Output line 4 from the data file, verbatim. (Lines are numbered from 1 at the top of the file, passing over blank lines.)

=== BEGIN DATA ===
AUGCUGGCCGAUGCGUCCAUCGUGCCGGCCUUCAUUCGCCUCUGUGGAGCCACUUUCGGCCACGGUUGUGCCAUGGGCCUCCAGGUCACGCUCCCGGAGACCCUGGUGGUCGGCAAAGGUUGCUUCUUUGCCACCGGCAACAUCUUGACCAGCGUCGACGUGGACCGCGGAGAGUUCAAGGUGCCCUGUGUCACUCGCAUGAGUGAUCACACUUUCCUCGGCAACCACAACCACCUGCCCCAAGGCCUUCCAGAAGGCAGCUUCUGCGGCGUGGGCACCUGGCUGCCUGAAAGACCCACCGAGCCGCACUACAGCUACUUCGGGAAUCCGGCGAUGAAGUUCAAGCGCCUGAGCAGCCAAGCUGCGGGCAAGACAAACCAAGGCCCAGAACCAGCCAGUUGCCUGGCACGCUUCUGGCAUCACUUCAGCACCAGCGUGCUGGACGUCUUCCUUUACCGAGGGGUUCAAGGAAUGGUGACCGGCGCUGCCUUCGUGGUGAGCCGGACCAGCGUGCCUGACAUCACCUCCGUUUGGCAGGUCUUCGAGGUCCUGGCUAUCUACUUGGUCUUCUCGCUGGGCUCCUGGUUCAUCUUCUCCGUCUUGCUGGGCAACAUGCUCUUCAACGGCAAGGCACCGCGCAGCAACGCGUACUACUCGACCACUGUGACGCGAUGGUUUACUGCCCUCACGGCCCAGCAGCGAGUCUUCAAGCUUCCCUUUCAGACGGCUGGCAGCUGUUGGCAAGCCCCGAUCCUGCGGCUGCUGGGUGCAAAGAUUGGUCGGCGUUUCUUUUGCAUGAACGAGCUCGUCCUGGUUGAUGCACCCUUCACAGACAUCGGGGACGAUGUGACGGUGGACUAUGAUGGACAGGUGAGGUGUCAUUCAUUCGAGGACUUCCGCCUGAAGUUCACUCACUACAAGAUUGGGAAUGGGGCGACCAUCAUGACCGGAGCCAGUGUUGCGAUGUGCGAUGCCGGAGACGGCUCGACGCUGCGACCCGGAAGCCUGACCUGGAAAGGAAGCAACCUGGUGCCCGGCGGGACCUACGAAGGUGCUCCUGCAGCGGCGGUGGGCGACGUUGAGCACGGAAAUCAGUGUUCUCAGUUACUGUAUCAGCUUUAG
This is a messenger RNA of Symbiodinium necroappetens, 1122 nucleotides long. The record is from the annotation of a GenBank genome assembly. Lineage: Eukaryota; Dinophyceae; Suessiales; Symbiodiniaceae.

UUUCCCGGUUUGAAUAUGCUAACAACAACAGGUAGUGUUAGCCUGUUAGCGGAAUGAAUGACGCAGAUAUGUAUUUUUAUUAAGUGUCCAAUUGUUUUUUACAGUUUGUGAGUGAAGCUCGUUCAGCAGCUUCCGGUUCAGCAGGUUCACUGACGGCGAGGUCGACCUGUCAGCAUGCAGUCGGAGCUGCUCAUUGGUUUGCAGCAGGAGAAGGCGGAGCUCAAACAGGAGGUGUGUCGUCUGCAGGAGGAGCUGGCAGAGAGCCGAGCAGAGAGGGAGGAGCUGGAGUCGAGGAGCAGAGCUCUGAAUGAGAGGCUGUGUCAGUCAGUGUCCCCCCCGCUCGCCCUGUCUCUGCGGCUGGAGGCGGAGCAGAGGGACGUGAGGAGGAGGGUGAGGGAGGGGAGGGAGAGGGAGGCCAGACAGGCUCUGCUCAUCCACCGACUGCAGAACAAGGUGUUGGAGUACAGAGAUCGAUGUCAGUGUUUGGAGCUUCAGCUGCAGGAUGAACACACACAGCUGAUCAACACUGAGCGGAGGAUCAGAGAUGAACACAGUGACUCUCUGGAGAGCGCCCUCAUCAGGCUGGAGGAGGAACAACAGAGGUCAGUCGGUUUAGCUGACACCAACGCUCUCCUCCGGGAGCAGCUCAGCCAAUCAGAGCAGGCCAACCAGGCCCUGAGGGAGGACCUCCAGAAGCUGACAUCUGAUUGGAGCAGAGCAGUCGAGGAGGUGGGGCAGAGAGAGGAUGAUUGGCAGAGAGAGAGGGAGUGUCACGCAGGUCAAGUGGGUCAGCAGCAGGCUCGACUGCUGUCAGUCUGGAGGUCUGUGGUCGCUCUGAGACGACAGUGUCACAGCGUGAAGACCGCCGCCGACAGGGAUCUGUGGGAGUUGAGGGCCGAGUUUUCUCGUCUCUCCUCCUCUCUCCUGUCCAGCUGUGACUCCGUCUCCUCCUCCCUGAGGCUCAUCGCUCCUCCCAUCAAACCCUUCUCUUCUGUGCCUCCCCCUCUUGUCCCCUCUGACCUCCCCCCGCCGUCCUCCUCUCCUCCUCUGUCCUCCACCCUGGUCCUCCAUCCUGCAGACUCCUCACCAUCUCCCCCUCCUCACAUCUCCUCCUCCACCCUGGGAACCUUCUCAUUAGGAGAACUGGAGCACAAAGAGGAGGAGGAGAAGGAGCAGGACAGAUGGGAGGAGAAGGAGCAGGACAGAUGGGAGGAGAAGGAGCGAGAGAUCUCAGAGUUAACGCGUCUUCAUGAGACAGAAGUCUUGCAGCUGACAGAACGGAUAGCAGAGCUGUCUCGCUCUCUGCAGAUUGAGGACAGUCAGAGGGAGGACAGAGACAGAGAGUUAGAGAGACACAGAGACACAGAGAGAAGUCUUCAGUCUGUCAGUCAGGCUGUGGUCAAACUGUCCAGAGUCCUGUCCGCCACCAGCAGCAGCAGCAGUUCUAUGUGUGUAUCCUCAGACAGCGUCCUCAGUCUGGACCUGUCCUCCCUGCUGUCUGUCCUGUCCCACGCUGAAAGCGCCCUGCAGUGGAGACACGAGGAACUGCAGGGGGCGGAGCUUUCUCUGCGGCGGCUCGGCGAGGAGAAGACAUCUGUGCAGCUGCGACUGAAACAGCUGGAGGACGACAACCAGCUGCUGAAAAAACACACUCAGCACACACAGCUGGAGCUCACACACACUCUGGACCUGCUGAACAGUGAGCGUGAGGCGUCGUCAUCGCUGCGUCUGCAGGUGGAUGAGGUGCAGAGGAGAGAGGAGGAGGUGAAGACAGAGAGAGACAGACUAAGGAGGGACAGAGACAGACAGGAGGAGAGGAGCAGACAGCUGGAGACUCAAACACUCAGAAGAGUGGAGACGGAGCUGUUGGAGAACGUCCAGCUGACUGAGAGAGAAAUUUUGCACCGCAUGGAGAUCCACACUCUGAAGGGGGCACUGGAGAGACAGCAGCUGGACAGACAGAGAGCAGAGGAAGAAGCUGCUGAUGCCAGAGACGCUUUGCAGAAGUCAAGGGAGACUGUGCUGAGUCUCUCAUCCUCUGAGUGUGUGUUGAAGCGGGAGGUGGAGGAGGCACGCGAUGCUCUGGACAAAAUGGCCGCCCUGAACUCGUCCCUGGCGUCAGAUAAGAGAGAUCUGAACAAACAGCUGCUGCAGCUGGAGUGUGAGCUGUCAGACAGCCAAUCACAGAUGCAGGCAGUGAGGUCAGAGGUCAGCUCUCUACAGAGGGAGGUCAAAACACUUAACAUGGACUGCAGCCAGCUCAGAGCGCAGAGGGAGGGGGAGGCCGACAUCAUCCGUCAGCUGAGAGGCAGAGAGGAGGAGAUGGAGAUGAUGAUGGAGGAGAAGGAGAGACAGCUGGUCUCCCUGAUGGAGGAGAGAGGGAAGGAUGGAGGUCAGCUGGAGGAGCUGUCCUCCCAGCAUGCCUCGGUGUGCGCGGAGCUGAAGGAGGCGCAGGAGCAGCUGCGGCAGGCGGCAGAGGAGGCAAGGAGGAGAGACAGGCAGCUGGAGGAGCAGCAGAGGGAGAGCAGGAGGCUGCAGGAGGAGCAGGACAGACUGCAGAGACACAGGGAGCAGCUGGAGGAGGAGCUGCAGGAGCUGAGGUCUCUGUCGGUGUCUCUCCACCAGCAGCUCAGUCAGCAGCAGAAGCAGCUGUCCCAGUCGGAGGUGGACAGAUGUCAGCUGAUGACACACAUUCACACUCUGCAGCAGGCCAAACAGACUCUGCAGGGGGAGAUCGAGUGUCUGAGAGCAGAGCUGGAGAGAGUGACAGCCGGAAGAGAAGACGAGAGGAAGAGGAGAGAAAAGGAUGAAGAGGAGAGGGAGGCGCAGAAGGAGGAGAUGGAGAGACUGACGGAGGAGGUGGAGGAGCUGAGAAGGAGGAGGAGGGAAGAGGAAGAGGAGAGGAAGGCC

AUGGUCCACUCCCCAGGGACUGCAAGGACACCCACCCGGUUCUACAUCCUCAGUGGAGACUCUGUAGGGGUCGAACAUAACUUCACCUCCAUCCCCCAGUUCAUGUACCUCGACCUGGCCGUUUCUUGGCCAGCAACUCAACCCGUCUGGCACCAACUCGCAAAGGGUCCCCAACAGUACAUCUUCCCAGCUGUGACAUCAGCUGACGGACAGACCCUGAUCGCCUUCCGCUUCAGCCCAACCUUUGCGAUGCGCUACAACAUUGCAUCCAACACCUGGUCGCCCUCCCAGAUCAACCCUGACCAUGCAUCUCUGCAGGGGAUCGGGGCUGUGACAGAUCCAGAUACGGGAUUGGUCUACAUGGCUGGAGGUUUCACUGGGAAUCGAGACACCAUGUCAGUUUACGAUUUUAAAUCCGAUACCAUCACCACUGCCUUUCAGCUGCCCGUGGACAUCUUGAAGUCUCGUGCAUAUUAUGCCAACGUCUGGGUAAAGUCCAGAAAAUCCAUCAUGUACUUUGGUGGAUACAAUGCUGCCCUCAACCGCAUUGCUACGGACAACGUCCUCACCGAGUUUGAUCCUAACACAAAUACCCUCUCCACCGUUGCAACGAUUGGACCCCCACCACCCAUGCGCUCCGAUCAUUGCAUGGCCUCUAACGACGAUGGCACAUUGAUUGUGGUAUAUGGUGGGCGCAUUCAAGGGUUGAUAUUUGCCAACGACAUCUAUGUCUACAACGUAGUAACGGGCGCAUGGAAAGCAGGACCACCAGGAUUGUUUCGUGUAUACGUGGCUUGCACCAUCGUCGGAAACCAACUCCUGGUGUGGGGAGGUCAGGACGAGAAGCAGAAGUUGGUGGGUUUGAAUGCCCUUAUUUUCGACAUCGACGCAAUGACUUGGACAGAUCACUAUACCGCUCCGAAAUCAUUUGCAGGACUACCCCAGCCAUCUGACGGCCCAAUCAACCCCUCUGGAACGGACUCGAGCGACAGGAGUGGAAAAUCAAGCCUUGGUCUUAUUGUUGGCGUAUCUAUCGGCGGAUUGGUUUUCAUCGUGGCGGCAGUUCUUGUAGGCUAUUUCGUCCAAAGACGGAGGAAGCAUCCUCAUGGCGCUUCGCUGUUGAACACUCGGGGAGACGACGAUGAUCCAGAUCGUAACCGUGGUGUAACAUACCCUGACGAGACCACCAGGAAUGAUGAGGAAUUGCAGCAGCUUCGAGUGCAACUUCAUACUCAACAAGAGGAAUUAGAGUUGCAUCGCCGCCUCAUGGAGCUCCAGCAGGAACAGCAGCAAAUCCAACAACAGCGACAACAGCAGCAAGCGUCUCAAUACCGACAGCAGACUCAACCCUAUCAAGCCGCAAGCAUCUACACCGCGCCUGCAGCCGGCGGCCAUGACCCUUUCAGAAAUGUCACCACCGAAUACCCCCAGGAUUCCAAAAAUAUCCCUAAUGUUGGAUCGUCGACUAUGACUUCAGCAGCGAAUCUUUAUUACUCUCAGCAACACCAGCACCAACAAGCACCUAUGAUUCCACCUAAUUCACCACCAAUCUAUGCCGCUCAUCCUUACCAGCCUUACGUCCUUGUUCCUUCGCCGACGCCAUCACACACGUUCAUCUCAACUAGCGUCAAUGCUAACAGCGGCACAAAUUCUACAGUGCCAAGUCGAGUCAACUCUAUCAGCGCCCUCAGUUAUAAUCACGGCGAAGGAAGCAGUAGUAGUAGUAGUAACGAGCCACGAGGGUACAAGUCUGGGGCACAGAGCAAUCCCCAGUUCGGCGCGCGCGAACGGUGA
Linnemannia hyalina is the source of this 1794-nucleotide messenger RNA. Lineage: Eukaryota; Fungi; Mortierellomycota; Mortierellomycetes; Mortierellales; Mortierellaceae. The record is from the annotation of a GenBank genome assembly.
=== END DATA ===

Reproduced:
AUGGUCCACUCCCCAGGGACUGCAAGGACACCCACCCGGUUCUACAUCCUCAGUGGAGACUCUGUAGGGGUCGAACAUAACUUCACCUCCAUCCCCCAGUUCAUGUACCUCGACCUGGCCGUUUCUUGGCCAGCAACUCAACCCGUCUGGCACCAACUCGCAAAGGGUCCCCAACAGUACAUCUUCCCAGCUGUGACAUCAGCUGACGGACAGACCCUGAUCGCCUUCCGCUUCAGCCCAACCUUUGCGAUGCGCUACAACAUUGCAUCCAACACCUGGUCGCCCUCCCAGAUCAACCCUGACCAUGCAUCUCUGCAGGGGAUCGGGGCUGUGACAGAUCCAGAUACGGGAUUGGUCUACAUGGCUGGAGGUUUCACUGGGAAUCGAGACACCAUGUCAGUUUACGAUUUUAAAUCCGAUACCAUCACCACUGCCUUUCAGCUGCCCGUGGACAUCUUGAAGUCUCGUGCAUAUUAUGCCAACGUCUGGGUAAAGUCCAGAAAAUCCAUCAUGUACUUUGGUGGAUACAAUGCUGCCCUCAACCGCAUUGCUACGGACAACGUCCUCACCGAGUUUGAUCCUAACACAAAUACCCUCUCCACCGUUGCAACGAUUGGACCCCCACCACCCAUGCGCUCCGAUCAUUGCAUGGCCUCUAACGACGAUGGCACAUUGAUUGUGGUAUAUGGUGGGCGCAUUCAAGGGUUGAUAUUUGCCAACGACAUCUAUGUCUACAACGUAGUAACGGGCGCAUGGAAAGCAGGACCACCAGGAUUGUUUCGUGUAUACGUGGCUUGCACCAUCGUCGGAAACCAACUCCUGGUGUGGGGAGGUCAGGACGAGAAGCAGAAGUUGGUGGGUUUGAAUGCCCUUAUUUUCGACAUCGACGCAAUGACUUGGACAGAUCACUAUACCGCUCCGAAAUCAUUUGCAGGACUACCCCAGCCAUCUGACGGCCCAAUCAACCCCUCUGGAACGGACUCGAGCGACAGGAGUGGAAAAUCAAGCCUUGGUCUUAUUGUUGGCGUAUCUAUCGGCGGAUUGGUUUUCAUCGUGGCGGCAGUUCUUGUAGGCUAUUUCGUCCAAAGACGGAGGAAGCAUCCUCAUGGCGCUUCGCUGUUGAACACUCGGGGAGACGACGAUGAUCCAGAUCGUAACCGUGGUGUAACAUACCCUGACGAGACCACCAGGAAUGAUGAGGAAUUGCAGCAGCUUCGAGUGCAACUUCAUACUCAACAAGAGGAAUUAGAGUUGCAUCGCCGCCUCAUGGAGCUCCAGCAGGAACAGCAGCAAAUCCAACAACAGCGACAACAGCAGCAAGCGUCUCAAUACCGACAGCAGACUCAACCCUAUCAAGCCGCAAGCAUCUACACCGCGCCUGCAGCCGGCGGCCAUGACCCUUUCAGAAAUGUCACCACCGAAUACCCCCAGGAUUCCAAAAAUAUCCCUAAUGUUGGAUCGUCGACUAUGACUUCAGCAGCGAAUCUUUAUUACUCUCAGCAACACCAGCACCAACAAGCACCUAUGAUUCCACCUAAUUCACCACCAAUCUAUGCCGCUCAUCCUUACCAGCCUUACGUCCUUGUUCCUUCGCCGACGCCAUCACACACGUUCAUCUCAACUAGCGUCAAUGCUAACAGCGGCACAAAUUCUACAGUGCCAAGUCGAGUCAACUCUAUCAGCGCCCUCAGUUAUAAUCACGGCGAAGGAAGCAGUAGUAGUAGUAGUAACGAGCCACGAGGGUACAAGUCUGGGGCACAGAGCAAUCCCCAGUUCGGCGCGCGCGAACGGUGA